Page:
What Are an Associate Justice's Duties?

By Mike Broemmel

Associate Justices are the eight members of the U.S. Supreme Court in addition to the Chief Justice. Associate Justices have specific duties in their roles as members of the highest court in the country.

Voting on Cases

The most significant duty of an Associate Justice is considering and voting on cases before the court.

Drafting Opinions

Associate Justices are also assigned to write the majority opinion of the court in particular cases throughout each term of the court.

Circuit Oversight

Each Associate Justice is assigned to oversee one of the Appellate Court Circuits in the United States. When an emergency appeal is made from a particular Circuit, it is sent initially to the assigned Associate Justice.

Emergency Stays

An Associate Justice has the power to issue what is known as an "emergency stay." An emergency stay most commonly is issued in the case of an individual facing an imminent execution.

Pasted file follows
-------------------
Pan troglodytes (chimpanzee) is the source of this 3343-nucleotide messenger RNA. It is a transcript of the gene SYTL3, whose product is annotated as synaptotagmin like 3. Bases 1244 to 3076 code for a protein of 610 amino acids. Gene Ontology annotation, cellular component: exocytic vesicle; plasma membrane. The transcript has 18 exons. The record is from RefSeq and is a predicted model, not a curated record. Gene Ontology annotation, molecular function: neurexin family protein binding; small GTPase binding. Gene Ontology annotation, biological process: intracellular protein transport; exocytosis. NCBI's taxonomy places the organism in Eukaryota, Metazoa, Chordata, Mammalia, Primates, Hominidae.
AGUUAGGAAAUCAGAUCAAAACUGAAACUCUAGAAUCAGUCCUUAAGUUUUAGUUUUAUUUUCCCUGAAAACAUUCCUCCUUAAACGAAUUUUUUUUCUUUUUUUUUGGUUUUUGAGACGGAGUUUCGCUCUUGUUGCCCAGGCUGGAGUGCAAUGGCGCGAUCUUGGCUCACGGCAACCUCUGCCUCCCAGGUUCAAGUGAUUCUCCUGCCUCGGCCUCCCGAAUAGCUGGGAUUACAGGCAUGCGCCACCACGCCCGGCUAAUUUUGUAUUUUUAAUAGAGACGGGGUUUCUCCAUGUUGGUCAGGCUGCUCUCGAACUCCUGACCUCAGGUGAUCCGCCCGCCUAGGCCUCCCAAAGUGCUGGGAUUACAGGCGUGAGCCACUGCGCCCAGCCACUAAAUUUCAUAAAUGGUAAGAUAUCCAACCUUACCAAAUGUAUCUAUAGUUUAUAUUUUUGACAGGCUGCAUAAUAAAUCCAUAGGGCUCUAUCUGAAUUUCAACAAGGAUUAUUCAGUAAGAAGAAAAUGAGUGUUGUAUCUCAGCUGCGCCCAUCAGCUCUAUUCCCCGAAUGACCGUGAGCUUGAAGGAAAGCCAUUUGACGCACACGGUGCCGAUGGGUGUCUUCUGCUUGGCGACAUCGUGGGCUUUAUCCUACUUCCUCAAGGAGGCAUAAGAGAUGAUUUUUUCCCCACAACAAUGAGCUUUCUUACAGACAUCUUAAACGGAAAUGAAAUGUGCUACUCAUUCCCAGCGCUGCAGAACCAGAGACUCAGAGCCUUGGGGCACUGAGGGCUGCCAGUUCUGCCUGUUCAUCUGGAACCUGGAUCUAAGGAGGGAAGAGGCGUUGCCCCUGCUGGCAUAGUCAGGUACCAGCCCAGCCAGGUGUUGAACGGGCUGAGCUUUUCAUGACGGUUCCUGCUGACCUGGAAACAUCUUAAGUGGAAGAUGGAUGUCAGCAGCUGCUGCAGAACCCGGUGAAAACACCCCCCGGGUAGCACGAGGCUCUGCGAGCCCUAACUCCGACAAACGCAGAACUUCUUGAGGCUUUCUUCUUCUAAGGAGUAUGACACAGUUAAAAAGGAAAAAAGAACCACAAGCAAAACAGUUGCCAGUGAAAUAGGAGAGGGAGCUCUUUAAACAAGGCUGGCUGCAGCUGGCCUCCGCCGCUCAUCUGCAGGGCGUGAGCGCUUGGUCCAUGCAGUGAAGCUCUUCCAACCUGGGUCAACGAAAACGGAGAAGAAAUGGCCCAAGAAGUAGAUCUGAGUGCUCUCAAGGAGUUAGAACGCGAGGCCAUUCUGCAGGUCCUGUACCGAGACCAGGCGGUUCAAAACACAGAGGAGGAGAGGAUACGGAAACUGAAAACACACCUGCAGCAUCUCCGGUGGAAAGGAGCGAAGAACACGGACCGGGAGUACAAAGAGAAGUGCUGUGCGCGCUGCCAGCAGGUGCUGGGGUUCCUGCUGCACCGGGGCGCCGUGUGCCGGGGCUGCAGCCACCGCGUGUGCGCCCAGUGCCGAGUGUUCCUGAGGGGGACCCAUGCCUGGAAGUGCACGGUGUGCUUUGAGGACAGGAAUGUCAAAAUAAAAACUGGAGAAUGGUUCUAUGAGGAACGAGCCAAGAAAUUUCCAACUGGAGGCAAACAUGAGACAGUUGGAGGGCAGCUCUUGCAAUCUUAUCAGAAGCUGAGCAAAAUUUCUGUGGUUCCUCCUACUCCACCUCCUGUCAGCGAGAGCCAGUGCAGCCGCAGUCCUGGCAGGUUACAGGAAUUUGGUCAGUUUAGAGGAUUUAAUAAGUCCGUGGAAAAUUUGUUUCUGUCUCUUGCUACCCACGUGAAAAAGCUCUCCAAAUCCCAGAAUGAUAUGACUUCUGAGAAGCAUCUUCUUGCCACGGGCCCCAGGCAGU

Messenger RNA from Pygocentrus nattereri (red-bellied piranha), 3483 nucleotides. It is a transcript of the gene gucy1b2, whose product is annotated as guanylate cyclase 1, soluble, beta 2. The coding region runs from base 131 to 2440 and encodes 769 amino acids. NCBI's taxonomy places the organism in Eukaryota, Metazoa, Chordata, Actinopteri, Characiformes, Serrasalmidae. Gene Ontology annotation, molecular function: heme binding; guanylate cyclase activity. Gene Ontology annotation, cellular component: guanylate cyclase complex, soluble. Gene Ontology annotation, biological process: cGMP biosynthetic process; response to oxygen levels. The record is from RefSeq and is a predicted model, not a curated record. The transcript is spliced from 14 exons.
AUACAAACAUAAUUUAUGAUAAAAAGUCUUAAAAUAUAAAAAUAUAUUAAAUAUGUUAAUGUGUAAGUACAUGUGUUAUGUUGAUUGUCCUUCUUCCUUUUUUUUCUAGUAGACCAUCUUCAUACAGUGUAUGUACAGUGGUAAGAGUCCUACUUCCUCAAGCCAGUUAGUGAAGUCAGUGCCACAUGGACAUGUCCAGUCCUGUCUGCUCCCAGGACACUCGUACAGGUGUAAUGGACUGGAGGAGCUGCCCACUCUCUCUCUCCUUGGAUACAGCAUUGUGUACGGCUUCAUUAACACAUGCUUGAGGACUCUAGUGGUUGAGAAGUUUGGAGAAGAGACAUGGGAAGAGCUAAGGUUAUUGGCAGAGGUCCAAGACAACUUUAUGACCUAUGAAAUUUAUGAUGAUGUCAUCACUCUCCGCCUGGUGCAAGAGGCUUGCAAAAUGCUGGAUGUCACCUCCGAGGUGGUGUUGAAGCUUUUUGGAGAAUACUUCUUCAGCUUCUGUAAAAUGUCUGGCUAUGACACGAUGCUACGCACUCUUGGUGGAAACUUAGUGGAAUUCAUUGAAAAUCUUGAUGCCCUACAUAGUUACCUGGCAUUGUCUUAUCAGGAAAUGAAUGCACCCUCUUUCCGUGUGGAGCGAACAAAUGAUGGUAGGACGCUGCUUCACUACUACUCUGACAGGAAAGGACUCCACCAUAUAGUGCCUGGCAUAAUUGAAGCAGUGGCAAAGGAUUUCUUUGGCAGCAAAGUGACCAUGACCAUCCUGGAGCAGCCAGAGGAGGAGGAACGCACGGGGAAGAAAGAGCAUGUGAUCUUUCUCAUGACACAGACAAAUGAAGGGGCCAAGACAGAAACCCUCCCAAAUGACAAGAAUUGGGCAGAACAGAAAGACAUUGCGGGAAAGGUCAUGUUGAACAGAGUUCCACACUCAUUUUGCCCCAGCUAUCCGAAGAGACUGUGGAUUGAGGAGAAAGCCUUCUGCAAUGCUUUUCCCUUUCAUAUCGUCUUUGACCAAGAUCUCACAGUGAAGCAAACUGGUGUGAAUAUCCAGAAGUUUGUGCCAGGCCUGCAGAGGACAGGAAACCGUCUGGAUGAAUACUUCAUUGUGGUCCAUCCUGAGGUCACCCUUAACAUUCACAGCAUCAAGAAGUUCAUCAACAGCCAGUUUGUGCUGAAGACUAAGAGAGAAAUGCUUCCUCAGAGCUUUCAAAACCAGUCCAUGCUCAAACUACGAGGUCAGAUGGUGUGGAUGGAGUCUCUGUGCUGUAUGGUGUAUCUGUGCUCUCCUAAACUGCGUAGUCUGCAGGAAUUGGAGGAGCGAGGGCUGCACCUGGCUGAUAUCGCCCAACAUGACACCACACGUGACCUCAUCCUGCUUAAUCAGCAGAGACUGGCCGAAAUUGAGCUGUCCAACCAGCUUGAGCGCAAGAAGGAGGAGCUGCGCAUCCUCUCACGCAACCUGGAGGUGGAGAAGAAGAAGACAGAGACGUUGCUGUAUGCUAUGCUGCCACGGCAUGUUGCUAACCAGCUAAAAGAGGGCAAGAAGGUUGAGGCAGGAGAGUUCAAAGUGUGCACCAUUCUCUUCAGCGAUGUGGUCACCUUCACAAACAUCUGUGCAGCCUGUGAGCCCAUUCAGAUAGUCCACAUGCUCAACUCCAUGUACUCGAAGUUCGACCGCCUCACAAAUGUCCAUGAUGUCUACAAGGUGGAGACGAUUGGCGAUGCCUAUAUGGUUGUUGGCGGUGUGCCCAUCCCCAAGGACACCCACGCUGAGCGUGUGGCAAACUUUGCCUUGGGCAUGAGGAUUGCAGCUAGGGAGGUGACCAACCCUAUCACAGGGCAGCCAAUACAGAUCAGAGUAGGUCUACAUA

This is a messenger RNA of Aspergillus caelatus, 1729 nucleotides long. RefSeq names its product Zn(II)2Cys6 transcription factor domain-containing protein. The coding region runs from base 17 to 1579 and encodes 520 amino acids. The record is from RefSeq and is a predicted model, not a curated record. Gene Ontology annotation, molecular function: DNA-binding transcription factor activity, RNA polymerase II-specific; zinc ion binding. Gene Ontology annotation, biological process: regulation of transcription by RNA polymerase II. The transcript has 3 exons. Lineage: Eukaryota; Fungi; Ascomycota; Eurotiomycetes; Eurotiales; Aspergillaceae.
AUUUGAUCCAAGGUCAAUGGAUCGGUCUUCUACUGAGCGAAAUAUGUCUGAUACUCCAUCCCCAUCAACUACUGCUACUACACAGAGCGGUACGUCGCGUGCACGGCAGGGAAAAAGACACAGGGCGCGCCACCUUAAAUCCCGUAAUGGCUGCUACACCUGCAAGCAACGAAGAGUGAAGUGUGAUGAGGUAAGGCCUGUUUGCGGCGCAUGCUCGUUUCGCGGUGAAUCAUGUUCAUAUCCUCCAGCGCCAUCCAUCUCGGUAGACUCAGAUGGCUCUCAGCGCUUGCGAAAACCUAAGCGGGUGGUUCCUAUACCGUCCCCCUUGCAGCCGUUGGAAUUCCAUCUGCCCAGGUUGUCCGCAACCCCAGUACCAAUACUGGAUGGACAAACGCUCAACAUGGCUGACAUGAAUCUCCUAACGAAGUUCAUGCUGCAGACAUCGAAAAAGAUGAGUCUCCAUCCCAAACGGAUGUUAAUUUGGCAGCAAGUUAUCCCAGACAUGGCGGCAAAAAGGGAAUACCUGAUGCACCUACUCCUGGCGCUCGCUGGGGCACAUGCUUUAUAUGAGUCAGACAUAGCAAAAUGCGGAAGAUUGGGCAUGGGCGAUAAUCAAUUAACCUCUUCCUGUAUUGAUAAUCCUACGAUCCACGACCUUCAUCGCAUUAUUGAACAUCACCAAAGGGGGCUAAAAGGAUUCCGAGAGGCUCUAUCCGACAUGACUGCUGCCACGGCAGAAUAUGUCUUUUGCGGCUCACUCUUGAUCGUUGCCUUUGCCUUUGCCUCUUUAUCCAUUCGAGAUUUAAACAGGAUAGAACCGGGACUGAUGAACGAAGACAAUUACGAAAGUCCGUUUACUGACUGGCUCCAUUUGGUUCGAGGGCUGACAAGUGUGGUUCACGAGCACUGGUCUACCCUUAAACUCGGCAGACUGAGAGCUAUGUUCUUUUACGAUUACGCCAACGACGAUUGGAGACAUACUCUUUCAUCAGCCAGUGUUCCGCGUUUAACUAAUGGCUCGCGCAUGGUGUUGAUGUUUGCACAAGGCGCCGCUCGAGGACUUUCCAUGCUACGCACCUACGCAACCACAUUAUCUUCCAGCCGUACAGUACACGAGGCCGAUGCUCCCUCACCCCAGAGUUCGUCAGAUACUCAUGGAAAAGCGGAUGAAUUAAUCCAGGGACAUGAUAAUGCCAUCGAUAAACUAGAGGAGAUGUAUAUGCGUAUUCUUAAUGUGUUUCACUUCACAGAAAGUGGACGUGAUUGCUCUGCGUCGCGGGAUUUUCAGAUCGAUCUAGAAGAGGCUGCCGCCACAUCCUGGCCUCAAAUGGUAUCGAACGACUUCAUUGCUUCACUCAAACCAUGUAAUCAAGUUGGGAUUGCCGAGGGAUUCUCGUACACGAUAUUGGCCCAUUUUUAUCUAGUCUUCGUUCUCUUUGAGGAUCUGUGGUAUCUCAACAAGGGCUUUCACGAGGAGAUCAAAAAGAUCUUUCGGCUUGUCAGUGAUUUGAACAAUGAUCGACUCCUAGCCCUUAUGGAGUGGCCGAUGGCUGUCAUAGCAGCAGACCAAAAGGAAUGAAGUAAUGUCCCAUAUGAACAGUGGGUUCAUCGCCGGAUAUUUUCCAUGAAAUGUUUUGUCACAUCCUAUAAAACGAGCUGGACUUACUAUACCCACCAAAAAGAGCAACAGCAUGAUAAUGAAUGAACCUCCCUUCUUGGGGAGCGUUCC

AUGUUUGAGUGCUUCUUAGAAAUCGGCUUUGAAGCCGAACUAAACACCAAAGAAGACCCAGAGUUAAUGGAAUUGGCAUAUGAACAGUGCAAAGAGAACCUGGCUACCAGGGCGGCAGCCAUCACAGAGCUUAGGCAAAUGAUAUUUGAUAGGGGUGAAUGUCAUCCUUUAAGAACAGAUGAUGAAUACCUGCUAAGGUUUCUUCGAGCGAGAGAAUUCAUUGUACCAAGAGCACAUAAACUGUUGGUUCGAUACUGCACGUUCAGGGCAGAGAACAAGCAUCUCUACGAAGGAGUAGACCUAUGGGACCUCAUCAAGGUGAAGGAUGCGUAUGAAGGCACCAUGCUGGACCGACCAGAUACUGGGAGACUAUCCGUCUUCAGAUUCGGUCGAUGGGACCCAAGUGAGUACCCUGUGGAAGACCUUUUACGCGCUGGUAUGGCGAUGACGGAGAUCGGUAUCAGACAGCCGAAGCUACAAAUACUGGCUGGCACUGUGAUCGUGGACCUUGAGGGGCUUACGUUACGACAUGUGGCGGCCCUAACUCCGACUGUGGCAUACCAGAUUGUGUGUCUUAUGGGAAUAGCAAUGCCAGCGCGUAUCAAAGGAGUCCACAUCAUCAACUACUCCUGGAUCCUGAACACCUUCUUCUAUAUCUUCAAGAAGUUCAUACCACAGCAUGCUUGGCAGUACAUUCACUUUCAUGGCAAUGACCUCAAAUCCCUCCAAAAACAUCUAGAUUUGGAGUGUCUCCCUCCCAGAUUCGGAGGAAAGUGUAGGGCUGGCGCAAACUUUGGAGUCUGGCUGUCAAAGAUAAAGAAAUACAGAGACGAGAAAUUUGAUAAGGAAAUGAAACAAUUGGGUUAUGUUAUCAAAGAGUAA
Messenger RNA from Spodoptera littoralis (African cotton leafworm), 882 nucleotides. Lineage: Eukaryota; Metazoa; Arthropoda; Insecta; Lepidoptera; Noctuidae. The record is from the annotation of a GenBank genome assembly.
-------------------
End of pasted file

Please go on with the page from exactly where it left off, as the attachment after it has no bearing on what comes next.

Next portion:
Conference Room Door

An interesting tradition gives to the junior Associate Justice the task of answering the conference door if anyone knocks on it while the Justices are meeting.

Senior Status

A retired Associate Justice remains on the court on "senior status." An Associate Justice on senior status maintains chambers at the Supreme Court and can serve on Court of Appeals cases.

About the Author

Mike Broemmel began writing in 1982. He is an author/lecturer with two novels on the market internationally, "The Shadow Cast" and "The Miller Moth." Broemmel served on the staff of the White House Office of Media Relations. He holds a Bachelor of Arts in journalism and political science from Benedictine College and a Juris Doctorate from Washburn University. He also attended Brunel University, London.

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